When the South bombarded Fort Sumter in April 1861, the Ellithorpe family in rural New York answered President Lincoln’s call to defend the Union. For the next four years, the two Ellithorpe brothers and two of their brothers-in-law fought in some of the Civil War’s most storied regiments, on nearly every major battlefield in the East. In this utterly unique Civil War history/biography, John A. Simpson reconstructs the intertwined lives and wars of four Union soldiers, from Bull Run to Gettysburg and beyond.
When the Civil War broke out, Phillip Ellithorpe, Philander Ellithorpe, Asa Burleson, and Oliver Moore did not hesitate to volunteer to fight for the Union. Their service would encompass virtually every branch of the Northern army: infantry (including sharpshooters), cavalry (mounted and dismounted), and artillery as well as commissary, engineering, and ambulance duty. They would serve in six different regiments: the 13th Pennsylvania Reserves (the legendary Bucktails); the 27th New York Infantry (the Union Regiment); the 2nd New York Mounted Rifles; the 5th Vermont Infantry; the 1st New York Dragoons; and the 1st Minnesota, which gained immortality at Gettysburg. They would participate in the major battles of the war’s Eastern theater: First Bull Run, the Peninsula, Second Bull Run, Antietam, Fredericksburg, Chancellorsville, Gettysburg, and Grant’s Overland campaign through Petersburg. Phillip would die at Gettysburg, and the other three would return home and live under the shadow of the Civil War for the rest of their lives.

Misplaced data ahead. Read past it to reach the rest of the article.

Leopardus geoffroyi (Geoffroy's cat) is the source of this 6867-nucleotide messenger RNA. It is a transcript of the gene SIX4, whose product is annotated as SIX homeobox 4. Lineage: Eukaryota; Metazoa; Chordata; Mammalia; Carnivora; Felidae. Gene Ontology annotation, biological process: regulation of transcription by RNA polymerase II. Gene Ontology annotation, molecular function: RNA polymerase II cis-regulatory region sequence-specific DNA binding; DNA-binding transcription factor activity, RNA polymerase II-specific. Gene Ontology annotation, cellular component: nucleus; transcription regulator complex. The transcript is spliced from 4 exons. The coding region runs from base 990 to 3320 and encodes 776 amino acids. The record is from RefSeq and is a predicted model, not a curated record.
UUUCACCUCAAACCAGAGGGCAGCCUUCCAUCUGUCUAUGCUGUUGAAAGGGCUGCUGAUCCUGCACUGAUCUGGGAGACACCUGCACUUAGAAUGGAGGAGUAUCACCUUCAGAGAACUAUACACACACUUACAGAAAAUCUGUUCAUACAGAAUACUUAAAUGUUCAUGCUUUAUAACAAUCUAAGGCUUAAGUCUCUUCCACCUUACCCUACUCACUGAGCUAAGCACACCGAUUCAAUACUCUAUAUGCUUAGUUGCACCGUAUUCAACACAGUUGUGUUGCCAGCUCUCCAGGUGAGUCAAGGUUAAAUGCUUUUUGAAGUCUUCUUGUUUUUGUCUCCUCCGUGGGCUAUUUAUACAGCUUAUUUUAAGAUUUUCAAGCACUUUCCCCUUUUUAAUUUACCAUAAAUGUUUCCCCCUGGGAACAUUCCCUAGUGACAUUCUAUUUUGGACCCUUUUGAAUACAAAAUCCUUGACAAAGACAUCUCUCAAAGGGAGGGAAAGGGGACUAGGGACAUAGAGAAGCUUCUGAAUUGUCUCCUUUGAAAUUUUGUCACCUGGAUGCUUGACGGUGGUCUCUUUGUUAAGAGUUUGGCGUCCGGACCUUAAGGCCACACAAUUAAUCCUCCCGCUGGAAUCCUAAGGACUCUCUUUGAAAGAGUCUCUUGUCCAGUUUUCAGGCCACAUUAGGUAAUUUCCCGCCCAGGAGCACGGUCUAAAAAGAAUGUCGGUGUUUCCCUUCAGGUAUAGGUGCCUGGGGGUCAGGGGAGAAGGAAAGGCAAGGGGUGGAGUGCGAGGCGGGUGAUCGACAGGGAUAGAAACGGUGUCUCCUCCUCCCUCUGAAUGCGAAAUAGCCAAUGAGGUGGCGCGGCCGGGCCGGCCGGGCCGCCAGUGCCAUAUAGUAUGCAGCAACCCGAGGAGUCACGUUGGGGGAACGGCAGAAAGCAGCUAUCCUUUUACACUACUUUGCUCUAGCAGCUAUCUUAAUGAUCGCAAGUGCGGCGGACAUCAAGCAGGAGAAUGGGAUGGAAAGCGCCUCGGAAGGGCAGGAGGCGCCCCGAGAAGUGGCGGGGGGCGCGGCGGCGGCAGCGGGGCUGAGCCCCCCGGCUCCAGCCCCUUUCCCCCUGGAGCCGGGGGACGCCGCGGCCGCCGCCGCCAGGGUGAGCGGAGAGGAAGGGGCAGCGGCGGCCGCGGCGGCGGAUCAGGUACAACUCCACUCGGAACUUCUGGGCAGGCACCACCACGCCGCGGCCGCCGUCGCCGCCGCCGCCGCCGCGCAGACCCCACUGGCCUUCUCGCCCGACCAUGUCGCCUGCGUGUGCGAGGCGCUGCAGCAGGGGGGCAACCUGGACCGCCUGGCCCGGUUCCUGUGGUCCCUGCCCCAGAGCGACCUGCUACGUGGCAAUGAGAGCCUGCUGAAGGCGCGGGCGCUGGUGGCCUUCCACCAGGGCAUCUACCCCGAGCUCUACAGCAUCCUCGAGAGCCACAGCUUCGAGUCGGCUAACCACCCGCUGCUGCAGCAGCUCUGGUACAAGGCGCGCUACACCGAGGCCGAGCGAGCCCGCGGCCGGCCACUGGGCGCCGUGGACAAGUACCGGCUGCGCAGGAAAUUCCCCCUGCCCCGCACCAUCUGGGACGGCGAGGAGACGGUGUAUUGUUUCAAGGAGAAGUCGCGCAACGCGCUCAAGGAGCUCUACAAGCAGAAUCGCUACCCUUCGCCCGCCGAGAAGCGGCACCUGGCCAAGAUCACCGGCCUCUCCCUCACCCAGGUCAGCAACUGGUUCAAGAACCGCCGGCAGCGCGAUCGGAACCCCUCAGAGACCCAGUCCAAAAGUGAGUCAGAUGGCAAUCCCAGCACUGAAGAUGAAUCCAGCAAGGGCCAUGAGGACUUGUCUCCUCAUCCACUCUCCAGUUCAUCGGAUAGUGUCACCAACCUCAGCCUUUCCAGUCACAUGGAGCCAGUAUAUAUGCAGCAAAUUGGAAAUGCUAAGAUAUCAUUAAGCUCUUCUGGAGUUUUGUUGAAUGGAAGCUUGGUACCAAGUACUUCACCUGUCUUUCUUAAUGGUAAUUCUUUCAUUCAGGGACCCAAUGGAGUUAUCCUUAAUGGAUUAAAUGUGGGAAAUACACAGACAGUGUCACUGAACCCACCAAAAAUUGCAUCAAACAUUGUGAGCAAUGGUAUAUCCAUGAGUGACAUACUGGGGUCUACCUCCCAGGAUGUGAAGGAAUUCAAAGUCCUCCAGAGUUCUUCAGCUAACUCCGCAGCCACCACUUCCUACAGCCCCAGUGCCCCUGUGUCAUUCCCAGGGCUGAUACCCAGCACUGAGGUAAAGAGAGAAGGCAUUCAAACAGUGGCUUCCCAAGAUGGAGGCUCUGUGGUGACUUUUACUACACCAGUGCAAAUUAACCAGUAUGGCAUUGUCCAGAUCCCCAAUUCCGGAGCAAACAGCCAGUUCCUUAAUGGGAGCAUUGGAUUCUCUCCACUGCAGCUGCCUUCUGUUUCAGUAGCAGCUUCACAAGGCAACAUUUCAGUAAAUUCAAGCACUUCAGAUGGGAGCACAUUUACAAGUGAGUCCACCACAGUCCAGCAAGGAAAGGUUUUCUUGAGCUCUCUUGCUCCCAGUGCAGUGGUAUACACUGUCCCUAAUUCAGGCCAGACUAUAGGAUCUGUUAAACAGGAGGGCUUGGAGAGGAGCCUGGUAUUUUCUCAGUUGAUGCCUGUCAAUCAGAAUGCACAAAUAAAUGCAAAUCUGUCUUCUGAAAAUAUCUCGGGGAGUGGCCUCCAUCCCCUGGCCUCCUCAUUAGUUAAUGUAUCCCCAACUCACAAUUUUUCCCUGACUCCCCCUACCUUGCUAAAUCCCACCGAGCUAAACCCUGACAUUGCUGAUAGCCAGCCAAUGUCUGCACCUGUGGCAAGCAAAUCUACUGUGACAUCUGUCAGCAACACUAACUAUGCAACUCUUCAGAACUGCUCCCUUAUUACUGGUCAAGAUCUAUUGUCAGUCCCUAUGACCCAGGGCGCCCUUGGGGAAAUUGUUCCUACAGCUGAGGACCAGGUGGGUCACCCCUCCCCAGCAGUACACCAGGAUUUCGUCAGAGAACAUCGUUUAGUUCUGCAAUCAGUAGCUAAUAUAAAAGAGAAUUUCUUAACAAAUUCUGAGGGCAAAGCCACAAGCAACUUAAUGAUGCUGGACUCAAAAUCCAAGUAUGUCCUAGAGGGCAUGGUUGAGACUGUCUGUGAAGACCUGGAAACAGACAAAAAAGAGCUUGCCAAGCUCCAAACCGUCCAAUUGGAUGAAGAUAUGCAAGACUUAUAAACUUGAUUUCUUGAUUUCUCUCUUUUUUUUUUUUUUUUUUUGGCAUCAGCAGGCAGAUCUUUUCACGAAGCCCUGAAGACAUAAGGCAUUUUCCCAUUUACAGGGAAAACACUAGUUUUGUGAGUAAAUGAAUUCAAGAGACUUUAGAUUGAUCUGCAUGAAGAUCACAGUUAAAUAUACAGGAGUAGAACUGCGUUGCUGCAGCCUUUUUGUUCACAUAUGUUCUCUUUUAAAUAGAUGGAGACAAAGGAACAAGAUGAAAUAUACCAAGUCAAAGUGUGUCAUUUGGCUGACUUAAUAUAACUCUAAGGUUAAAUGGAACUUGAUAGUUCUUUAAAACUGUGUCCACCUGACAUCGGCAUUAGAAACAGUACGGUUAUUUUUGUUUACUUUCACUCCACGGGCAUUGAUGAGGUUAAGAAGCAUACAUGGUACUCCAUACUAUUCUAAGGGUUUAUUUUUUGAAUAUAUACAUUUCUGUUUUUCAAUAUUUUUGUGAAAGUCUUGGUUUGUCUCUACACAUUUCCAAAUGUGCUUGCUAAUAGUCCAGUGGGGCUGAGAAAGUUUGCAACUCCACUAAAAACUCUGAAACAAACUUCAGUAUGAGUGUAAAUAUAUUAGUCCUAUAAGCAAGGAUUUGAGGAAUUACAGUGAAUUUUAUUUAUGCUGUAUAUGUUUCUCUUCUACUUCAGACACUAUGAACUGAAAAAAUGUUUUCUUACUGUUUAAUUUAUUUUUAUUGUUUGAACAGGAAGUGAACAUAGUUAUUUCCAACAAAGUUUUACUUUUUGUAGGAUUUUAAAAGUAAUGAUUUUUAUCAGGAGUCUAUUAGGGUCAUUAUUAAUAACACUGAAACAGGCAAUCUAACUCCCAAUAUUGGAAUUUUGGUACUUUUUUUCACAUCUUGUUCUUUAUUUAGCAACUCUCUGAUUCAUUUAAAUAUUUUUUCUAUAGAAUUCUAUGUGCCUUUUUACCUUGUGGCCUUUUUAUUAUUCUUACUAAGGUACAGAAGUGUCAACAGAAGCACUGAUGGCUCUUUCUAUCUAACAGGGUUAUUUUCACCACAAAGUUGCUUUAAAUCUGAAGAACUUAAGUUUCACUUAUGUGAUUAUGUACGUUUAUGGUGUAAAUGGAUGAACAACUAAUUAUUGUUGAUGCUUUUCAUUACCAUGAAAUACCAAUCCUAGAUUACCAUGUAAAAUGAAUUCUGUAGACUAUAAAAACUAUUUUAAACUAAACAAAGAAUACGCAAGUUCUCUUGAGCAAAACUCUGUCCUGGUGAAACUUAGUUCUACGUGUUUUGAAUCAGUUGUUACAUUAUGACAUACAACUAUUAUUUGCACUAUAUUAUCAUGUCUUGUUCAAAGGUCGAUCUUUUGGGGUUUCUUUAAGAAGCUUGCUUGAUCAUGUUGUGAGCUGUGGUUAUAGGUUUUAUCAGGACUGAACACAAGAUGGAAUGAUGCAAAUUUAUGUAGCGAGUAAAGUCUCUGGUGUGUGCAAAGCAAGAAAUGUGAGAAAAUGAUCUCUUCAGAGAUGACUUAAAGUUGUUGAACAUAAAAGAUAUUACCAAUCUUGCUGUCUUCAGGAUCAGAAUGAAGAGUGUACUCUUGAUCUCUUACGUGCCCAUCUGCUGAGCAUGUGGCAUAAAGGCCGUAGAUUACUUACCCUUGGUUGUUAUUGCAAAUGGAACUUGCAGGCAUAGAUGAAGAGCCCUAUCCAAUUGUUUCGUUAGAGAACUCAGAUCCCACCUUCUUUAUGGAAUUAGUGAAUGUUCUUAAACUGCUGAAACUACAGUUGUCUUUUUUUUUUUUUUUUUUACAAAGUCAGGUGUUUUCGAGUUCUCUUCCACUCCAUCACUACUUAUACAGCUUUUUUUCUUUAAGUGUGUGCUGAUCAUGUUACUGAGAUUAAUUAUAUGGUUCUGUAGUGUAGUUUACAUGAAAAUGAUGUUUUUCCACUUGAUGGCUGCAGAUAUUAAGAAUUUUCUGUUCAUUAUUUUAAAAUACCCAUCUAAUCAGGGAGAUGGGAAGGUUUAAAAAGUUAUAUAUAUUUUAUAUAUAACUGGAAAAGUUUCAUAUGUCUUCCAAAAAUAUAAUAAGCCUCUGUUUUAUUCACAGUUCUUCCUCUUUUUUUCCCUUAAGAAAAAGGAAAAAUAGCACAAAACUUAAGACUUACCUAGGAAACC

All for the Union tells the dramatic story of these four soldiers, weaving their lives and wars into a tapestry of how one family navigated home front and battle front during the Civil War. Based on 180 family letters, voluminous primary and second sources, and visits to homes and battlefields from Allegany County, New York, to Richmond, Virginia, All for the Union is a remarkable contribution to Civil War history.
John A. Simpson is a retired high school history teacher. He earned a doctorate in history from the University of Oregon and has written a handful of books on the Civil War and several on baseball history. He lives in Kelso, Washington.
The Pennsylvania Bucktails have become one of the most famous units in the Army of the Potomac’s storied history. John A. Simpson’s excellent new study reminds us that these fabled marksmen of the Keystone State’s northwest wilderness were real people answering the call to duty. Simpson grounds the story among families and communities impacted by a war far away yet brought close to home by the experiences of men who left the woods to defend a country they were largely geographically isolated from. This is regimental history at its most effective, shedding light not just on a unit with near-mythological skills but also offering insight into the war itself and the homefront it disrupted.